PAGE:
Gloomy economic forecasts abound in Paris. (DomiKetu / flickr)

Divining the result of French elections is a notoriously hazardous affair. No one in France forgets 2002, when Jean-Marie Le Pen, the right-wing National Front candidate, pulled off a surprise upset in the first round, knocking Socialist Prime Minister Lionel Jospin out of the running and securing a place in the runoff election against Jacques Chirac. 

A decade later, there are no fewer than ten candidates on the ballot for the first round of voting on April 22. Polls indicate that Nicolas Sarkozy, the incumbent president, and François Hollande, the Socialist Party challenger, are in a virtual tie at 28 and 27 percent of the vote, respectively. They alone will likely go on to the runoff election on May 6. Even so, voters will still signal strong support for a trio of second-tier candidates who have positioned themselves as more or less radical alternatives to the status quo. According to a new poll by Ifop-Fiducial, a major French polling outfit, 16 percent of voters say they will vote for Marine Le Pen of the far-right National Front in the first round, 11.5 percent for François Bayrou of the centrist Democratic Movement party, and 13.5 percent for Jean-Luc Mélenchon, the far-left candidate, whose support until recently hovered in the low single digits. 

These numbers reflect the unhappiness of the vast majority of French voters. France is reeling from Europe's widespread economic woes. In January, Standard and Poor's stripped the country of its AAA credit rating. France's national bureau of statistics projects no economic growth for the next 18 months. The Organization for Economic Cooperation and Development expects unemployment, already at a 12-year high of 9.3 percent, to reach 10.7 percent by the end of the year. France's economic floundering has many citizens worried that their children will not have the same opportunities or the same high-quality social benefits as they did during the Trente Glorieuses, the three decades of postwar prosperity that provided the French with a comfortable standard of living and a strong social safety net.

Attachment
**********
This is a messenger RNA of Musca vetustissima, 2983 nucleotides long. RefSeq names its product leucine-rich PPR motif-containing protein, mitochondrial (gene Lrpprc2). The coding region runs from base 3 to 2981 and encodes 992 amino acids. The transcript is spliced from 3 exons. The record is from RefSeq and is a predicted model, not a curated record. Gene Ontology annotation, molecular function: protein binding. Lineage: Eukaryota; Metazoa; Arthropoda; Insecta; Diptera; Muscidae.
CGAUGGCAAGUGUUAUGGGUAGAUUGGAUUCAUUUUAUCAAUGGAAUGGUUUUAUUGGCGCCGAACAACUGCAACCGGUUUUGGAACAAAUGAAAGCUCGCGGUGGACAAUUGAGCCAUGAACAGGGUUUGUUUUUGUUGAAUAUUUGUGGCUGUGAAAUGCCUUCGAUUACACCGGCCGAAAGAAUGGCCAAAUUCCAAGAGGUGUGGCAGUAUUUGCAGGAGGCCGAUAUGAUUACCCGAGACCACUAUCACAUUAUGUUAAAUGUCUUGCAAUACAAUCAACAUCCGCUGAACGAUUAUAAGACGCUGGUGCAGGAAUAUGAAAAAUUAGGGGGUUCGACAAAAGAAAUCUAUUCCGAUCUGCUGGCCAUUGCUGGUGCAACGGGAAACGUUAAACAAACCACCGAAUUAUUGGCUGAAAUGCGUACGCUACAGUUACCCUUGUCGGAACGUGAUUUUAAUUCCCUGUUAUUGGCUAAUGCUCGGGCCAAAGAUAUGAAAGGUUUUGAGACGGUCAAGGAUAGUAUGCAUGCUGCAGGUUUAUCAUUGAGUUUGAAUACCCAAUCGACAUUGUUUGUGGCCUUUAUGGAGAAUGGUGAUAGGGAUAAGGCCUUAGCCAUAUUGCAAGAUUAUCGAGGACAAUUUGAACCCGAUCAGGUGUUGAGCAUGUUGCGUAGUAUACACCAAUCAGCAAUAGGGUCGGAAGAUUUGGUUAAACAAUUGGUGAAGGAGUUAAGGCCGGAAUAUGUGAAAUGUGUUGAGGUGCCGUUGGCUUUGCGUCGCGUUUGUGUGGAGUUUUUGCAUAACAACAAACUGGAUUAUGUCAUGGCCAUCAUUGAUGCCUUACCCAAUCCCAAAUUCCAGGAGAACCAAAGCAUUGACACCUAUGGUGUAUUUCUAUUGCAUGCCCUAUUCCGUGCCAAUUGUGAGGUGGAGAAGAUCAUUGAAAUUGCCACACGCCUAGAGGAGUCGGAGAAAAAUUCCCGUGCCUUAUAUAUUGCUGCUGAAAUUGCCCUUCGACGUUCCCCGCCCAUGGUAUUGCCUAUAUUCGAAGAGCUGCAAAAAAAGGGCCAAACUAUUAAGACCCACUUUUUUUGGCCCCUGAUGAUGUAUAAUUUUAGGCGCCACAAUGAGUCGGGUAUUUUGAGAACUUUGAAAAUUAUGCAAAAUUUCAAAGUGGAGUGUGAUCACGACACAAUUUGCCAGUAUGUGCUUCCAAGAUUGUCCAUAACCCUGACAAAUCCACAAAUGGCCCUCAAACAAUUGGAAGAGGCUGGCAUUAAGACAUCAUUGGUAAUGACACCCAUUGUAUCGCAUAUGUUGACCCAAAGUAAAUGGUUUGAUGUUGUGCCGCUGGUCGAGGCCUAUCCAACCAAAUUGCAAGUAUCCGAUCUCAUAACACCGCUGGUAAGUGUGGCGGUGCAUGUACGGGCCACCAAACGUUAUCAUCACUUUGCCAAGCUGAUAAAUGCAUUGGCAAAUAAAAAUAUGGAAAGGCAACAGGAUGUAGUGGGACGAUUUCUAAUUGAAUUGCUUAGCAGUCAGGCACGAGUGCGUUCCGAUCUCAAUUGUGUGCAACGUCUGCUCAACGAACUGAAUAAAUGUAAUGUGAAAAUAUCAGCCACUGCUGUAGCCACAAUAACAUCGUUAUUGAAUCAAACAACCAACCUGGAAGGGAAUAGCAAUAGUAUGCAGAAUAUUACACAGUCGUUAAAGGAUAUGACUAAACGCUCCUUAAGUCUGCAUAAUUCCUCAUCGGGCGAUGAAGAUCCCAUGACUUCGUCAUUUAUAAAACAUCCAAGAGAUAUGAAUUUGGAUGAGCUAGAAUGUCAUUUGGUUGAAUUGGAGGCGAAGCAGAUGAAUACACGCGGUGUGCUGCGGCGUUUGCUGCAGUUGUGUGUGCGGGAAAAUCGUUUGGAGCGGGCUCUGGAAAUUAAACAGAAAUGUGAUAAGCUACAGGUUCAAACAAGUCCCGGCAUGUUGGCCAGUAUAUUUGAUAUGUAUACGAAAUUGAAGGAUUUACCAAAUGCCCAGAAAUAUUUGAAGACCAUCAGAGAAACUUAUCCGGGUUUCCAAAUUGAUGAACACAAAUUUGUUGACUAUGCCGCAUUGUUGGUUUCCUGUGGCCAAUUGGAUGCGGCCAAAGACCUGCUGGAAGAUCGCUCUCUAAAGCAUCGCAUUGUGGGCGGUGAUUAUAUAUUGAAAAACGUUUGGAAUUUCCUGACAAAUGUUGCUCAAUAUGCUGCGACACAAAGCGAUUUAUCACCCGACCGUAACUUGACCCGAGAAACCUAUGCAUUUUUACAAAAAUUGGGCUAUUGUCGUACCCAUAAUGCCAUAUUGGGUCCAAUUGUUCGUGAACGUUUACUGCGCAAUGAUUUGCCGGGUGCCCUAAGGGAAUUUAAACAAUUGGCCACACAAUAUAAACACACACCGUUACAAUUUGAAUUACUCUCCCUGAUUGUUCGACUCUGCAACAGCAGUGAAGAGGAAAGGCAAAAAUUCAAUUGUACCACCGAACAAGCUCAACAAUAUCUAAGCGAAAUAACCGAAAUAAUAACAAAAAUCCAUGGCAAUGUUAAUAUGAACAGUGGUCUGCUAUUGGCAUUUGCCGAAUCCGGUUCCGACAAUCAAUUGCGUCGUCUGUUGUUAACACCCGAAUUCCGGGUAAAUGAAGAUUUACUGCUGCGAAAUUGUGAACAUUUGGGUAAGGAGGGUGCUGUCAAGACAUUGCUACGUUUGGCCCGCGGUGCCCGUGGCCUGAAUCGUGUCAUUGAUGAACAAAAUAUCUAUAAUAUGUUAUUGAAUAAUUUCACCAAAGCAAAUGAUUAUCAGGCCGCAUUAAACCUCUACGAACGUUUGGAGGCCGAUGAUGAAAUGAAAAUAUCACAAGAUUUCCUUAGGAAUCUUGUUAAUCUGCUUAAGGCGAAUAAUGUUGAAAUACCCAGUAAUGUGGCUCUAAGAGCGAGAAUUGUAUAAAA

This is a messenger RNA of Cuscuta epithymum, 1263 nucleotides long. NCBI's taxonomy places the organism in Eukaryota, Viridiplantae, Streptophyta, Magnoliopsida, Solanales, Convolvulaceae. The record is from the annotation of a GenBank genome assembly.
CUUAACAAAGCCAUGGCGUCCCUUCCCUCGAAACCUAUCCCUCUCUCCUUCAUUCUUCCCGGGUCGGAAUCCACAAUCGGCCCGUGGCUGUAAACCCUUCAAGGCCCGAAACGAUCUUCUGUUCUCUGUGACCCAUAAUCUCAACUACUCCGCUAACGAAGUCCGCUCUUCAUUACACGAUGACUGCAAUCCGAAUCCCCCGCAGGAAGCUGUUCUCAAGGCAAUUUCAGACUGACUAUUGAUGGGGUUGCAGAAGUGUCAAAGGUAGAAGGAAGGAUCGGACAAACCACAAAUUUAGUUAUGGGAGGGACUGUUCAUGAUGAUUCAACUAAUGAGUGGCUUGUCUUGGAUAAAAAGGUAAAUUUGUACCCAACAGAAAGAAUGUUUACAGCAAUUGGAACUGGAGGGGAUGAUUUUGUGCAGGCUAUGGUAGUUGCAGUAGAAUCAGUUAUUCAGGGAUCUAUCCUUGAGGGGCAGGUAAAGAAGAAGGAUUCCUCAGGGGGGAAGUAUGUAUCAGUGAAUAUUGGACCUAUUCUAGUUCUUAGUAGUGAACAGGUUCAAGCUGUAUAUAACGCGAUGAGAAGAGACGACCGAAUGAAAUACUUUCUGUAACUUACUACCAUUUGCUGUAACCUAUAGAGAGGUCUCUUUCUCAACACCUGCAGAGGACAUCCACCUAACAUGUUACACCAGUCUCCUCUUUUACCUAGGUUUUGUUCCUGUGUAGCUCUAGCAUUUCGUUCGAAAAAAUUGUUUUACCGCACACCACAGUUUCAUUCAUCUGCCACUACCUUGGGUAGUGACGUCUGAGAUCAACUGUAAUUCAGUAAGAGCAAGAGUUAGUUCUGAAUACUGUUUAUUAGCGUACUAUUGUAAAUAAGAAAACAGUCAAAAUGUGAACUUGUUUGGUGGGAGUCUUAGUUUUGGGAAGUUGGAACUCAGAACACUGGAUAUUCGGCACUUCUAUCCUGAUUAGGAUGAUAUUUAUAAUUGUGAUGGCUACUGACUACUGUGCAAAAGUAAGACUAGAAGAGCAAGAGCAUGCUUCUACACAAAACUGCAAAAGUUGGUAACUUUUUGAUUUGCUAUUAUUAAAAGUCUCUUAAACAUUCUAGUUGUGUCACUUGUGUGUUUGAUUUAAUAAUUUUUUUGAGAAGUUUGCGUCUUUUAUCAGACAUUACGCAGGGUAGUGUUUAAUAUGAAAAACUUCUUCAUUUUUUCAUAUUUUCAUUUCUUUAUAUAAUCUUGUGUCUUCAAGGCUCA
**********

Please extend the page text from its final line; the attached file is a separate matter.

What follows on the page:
All this is bad news for Sarkozy. Although his approval rating rose slightly -- from 33 percent to 36 percent -- following the terrorist killings in Toulouse and Montauban in mid-March, there is no indication that the boost will be enough to win him the election. Sarkozy may well post the highest numbers on April 22, but in the May 6 runoff Hollande is projected to beat him handily -- by as many as eight points, estimates currently suggest. 

However, the bump in Sarkozy's approval rating following the siege in Toulouse and Montauban highlights the fact that France's dire economic outlook is only one dimension in the deeper national angst that undergirds this election. That a French-born son of Algerian immigrants would turn his anger and frustration so spectacularly on innocent victims was a vivid reminder of how frayed the social fabric in France has become. The questions of who the French are, and the extent to which their republic can absorb and integrate immigrants, now haunts this election. As does the recent closing of hundreds of factories across the country that once provided high-paying manufacturing jobs. According to a report published by the newspaper Les Echos in December 2011, 880 factories shut their doors in France between 2008 and 2011, throwing 100,000 people out of work and contributing to a growing sense that France is less and less able to manage the forces of globalization.